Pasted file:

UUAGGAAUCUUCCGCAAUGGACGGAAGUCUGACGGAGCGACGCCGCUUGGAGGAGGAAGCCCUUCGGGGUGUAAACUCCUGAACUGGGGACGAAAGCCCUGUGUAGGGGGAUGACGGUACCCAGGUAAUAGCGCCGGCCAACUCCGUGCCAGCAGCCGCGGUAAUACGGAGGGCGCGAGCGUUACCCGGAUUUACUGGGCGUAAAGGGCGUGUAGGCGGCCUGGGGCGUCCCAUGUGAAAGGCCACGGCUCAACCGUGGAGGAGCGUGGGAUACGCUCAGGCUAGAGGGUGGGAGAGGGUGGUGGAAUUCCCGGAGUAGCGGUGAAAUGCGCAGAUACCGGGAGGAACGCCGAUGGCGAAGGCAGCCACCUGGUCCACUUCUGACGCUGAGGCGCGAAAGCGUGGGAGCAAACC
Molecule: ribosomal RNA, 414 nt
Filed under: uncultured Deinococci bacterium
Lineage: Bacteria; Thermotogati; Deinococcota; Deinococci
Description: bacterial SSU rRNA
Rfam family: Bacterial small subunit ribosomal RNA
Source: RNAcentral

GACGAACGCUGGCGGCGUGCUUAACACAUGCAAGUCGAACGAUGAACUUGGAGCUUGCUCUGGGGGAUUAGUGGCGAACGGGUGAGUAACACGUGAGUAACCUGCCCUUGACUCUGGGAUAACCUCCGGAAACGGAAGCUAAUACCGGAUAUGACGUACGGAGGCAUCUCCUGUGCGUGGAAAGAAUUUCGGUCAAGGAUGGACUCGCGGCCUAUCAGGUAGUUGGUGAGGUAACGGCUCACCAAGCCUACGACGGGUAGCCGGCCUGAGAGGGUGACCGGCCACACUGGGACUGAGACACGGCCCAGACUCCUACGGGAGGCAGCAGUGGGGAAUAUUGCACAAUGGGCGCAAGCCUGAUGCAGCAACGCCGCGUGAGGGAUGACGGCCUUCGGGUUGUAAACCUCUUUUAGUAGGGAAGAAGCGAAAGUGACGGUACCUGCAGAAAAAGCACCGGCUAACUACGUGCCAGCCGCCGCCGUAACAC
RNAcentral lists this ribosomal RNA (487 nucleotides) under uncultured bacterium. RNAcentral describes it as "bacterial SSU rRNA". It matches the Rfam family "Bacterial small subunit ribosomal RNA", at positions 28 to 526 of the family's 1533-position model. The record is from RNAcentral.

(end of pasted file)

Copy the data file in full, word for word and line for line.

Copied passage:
UUAGGAAUCUUCCGCAAUGGACGGAAGUCUGACGGAGCGACGCCGCUUGGAGGAGGAAGCCCUUCGGGGUGUAAACUCCUGAACUGGGGACGAAAGCCCUGUGUAGGGGGAUGACGGUACCCAGGUAAUAGCGCCGGCCAACUCCGUGCCAGCAGCCGCGGUAAUACGGAGGGCGCGAGCGUUACCCGGAUUUACUGGGCGUAAAGGGCGUGUAGGCGGCCUGGGGCGUCCCAUGUGAAAGGCCACGGCUCAACCGUGGAGGAGCGUGGGAUACGCUCAGGCUAGAGGGUGGGAGAGGGUGGUGGAAUUCCCGGAGUAGCGGUGAAAUGCGCAGAUACCGGGAGGAACGCCGAUGGCGAAGGCAGCCACCUGGUCCACUUCUGACGCUGAGGCGCGAAAGCGUGGGAGCAAACC
Molecule: ribosomal RNA, 414 nt
Filed under: uncultured Deinococci bacterium
Lineage: Bacteria; Thermotogati; Deinococcota; Deinococci
Description: bacterial SSU rRNA
Rfam family: Bacterial small subunit ribosomal RNA
Source: RNAcentral

GACGAACGCUGGCGGCGUGCUUAACACAUGCAAGUCGAACGAUGAACUUGGAGCUUGCUCUGGGGGAUUAGUGGCGAACGGGUGAGUAACACGUGAGUAACCUGCCCUUGACUCUGGGAUAACCUCCGGAAACGGAAGCUAAUACCGGAUAUGACGUACGGAGGCAUCUCCUGUGCGUGGAAAGAAUUUCGGUCAAGGAUGGACUCGCGGCCUAUCAGGUAGUUGGUGAGGUAACGGCUCACCAAGCCUACGACGGGUAGCCGGCCUGAGAGGGUGACCGGCCACACUGGGACUGAGACACGGCCCAGACUCCUACGGGAGGCAGCAGUGGGGAAUAUUGCACAAUGGGCGCAAGCCUGAUGCAGCAACGCCGCGUGAGGGAUGACGGCCUUCGGGUUGUAAACCUCUUUUAGUAGGGAAGAAGCGAAAGUGACGGUACCUGCAGAAAAAGCACCGGCUAACUACGUGCCAGCCGCCGCCGUAACAC
RNAcentral lists this ribosomal RNA (487 nucleotides) under uncultured bacterium. RNAcentral describes it as "bacterial SSU rRNA". It matches the Rfam family "Bacterial small subunit ribosomal RNA", at positions 28 to 526 of the family's 1533-position model. The record is from RNAcentral.